Tuesday, February 12, 2013

Why It's Always 1895

Why is that hit counter on Dr. Watson's blog stuck on 1895?  Just a glitch?  An homage to Sir Arthur Conan Doyle?  Perhaps.

But it also foreshadows the major developments in "The Riechenbach Fall."  And we aren't the first fans to take special note of the fact that reality on Baker Street is always set at 1895:


Here dwell together still two men of note
Who never lived and so can never die:
How very near they seem, yet how remote
That age before the world went all awry.
But still the game’s afoot for those with ears
Attuned to catch the distant view-halloo:
England is England yet, for all our fears–
Only those things the heart believes are true.

A yellow fog swirls past the window-pane
As night descends upon this fabled street:
A lonely hansom splashes through the rain,
The ghostly gas lamps fail at twenty feet.
Here, though the world explode, these two survive,
And it is always eighteen ninety-five.
  by Vincent Starrett (1886-1974) All Poetry Dot Com 

It was reported in post 5 of  this Baker Street Irregulars thread that: 
Conan Doyle tried to kill off Holmes at the end of his second story collection, The Memoirs of Sherlock Holmes (1895). Public outcry was so strong, though, that he eventually brought Holmes back to life after a decade's hiatus

... a crowd gathered outside Sir Arthur's house wearing black arm bands demanding that Holmes be brought back to life one woman is even reported to have said "Bring him back you brute!"

The Sherlock writers seem to be having a great deal of fun with the homages to Conan Doyle's  classic Holmes through the ages. But we don't want to miss the significance of these clues when they appear.  The number 1895 and the number being "stuck" on John's blog, happens in the first episode of Series 2, "A Scandal in Belgravia." 

Note above that it was in his second story collection that Doyle tried to kill off Holmes.  So we should have expected, when we learned the count was stuck, that in Series 2 Holmes will appear to die.  And we should know that he will only appear to have died.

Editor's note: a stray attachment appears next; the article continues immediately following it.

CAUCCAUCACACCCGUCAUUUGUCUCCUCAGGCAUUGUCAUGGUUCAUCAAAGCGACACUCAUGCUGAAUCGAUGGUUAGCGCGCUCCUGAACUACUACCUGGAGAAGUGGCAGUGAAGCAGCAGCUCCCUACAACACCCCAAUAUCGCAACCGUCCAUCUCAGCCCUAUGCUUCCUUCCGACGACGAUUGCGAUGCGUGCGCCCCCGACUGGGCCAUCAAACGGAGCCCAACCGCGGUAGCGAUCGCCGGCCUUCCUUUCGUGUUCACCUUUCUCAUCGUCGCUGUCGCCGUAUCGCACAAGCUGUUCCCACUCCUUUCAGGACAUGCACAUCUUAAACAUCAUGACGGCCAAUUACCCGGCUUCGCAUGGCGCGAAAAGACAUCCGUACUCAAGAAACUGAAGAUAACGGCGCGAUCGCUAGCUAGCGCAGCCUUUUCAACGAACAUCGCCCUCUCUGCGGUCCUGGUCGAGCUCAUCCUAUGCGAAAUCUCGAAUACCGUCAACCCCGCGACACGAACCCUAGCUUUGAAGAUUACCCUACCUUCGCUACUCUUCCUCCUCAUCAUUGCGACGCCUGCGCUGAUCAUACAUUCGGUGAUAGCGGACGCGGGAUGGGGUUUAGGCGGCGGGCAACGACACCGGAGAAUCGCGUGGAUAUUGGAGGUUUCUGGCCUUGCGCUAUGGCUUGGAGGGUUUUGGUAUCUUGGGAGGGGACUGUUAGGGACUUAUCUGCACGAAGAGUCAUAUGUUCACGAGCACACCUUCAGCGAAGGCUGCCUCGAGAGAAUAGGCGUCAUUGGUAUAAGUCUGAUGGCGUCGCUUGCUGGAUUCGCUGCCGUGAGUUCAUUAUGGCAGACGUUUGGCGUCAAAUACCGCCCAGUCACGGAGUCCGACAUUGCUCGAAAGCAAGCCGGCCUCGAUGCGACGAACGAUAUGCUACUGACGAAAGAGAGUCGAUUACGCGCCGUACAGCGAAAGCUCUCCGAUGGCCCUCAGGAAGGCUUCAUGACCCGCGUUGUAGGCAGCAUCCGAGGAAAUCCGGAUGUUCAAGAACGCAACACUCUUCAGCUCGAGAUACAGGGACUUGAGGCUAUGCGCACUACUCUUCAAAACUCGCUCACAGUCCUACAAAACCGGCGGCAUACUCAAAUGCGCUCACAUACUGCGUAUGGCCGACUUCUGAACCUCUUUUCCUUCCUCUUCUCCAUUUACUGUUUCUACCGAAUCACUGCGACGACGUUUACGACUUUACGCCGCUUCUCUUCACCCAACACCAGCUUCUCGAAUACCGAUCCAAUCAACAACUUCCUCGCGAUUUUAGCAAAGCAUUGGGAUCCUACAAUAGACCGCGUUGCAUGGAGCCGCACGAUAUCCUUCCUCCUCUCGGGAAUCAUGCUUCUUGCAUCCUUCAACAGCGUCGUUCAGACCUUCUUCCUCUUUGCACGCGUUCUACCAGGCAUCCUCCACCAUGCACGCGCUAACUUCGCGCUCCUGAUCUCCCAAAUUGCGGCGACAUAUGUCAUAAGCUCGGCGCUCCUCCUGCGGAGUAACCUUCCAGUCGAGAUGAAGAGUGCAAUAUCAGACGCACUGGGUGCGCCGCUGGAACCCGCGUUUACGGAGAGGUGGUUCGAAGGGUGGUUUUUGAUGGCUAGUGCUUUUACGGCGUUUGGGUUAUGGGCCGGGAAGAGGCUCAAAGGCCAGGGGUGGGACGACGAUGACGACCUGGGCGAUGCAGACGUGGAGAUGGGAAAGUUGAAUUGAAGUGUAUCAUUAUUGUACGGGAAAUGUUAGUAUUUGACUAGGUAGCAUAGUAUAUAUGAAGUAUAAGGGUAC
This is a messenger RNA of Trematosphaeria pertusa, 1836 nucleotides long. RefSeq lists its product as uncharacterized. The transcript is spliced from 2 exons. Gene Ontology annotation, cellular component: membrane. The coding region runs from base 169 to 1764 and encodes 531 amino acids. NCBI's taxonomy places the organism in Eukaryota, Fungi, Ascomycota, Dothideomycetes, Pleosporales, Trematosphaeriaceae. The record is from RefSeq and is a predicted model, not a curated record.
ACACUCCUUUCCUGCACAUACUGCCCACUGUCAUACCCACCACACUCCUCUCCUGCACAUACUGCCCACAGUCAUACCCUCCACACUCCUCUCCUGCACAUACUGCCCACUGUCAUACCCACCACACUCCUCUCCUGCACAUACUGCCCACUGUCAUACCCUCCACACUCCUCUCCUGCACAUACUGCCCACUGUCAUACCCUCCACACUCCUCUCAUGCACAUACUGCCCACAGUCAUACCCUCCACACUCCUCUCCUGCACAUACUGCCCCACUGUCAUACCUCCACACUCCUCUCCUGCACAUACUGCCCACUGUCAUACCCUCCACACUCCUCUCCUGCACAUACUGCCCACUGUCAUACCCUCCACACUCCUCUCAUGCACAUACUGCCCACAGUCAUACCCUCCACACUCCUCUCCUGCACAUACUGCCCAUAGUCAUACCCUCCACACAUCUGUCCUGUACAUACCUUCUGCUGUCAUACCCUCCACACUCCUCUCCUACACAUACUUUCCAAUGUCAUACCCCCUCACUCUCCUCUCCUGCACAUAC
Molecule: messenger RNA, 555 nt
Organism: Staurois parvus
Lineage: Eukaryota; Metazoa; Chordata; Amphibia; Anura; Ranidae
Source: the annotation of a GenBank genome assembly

ebooks@Adelaide, a University of Adelaide website, has graciously put all of the Sherlock Holmes works online for us to read free of charge.

(Vince Starrett's wikipedia page)


  1. Does it mean that the counter will move again when Sherlock is alive again in Series 3?

  2. Interesting thought. But it was always 1895 in the original stories, so it might get stuck there forever.

  3. As proprietor of Always1895.net - and a giant fan of Vincent Starrett - when I first noticed John's counter stuck at 1,895 I immediately concluded Moffat had inserted the show's best Sherlockian 'easter egg' to date.

    Though the "always 1895" hit counter remains my personal favorite reference, I have no qualms admitting that there is an even greater surprise awaiting the faithful in the following episode, The Reichenbach Fall (S02xE03).

    Think back to The Diogenes Club scene when a distraught Watson, desperately searching for answers, barges into "the queerest club in London" and accosts an old club member. Eagle-eyed Sherlockians quickly realize that this old man is in fact played by none other than Douglas Wilmer!

    Douglas Wilmer played Holmes (opposite Nigel Stock as Watson) for the BBC in 1965 for thirteen episodes. But that's not all: the bow-tie Wilmer wears is the official tie (in the official colors) of the BSI: purple, blue and mouse - though I'll stop here and let you deduce why this august Sherlockian society chose this particular color scheme... http://goo.gl/u1P5Se (screenshot of Wilmer)

    1. Are the BSI colours purple, blue and mouse because those are the colours of Holmes' dressing gowns? Is the Sherlockian society of today ready to appreciate the depth of true love that exists between Holmes and his faithful John Watson which had to be hidden in the oppressive Victorian society of 1895?

  4. Elizabeth Perez writes: What I really want to know is how Sherlock's twin brother died. SACD suggested the twin was stillborn, but I do wonder. Season 4; I long for thee.